The structure has partially maintained the original one of the convent on whose the Villa was built: the plan is square and develops around an internal cloister, while the facades have been enriched with neoclassical elements.
The interior is rich in decorations, including frescoes, portraits, statues, tapestries, and is enriched by some collections of objects, such as ceramics, toy soldiers, Chinese postcards. Around the main building were built accommodations for the service staff, two guest residences, stables, an amphitheater and a swimming pool, built at the beginning of 1900.
The garden has retained some of its original English style.
The monastery on whose foundations the villa was built has very ancient origins, around the year 1000. Closed in 1784, it was acquired by Vittoria Calderara, a noblewoman who transformed the property into an aristocratic villa surrounded by an English garden.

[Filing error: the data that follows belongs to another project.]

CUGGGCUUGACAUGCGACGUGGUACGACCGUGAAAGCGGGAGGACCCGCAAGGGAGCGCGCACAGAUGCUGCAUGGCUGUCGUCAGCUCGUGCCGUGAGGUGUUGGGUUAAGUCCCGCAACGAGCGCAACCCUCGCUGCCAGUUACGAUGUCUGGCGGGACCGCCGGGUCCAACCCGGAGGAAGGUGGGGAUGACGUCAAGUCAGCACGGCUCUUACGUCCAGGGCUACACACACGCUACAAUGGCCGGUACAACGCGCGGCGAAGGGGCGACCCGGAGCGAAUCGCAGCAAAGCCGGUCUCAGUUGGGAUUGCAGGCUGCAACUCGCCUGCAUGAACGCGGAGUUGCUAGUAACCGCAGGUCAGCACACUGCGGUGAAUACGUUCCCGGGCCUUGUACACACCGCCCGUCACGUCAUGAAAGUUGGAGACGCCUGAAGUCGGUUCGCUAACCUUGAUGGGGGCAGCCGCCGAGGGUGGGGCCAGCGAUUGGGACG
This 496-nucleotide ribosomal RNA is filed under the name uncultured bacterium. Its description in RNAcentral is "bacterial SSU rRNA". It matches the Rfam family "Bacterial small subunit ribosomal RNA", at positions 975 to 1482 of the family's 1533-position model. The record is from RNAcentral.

Later, it was purchased by Luigi Erba, brother of Carlo Erba, founder of the first Italian pharmaceutical company, who, however, felt that the house was too modest for the family’s needs, so commissioned the current Villa Erba. Until the 1940, an area of the Villa was given to a community of nuns who organized sewing courses, with the support of Carla Erba, who collaborated with architects Ponti and Lancia to develop designs to be used as models for embroidery.
The Erba family maintained the property during the years; the famous director Luchino Visconti, Carla Erba and Duke Giuseppe Visconti di Modrone’s son, retired there to finish his film Ludwig. He set up an editing room in the stables and hosted prestigious guests, such as Maria Callas and Coco Chanel.
Largo Luchino Visconti, 822012Cernobbio (CO) Italy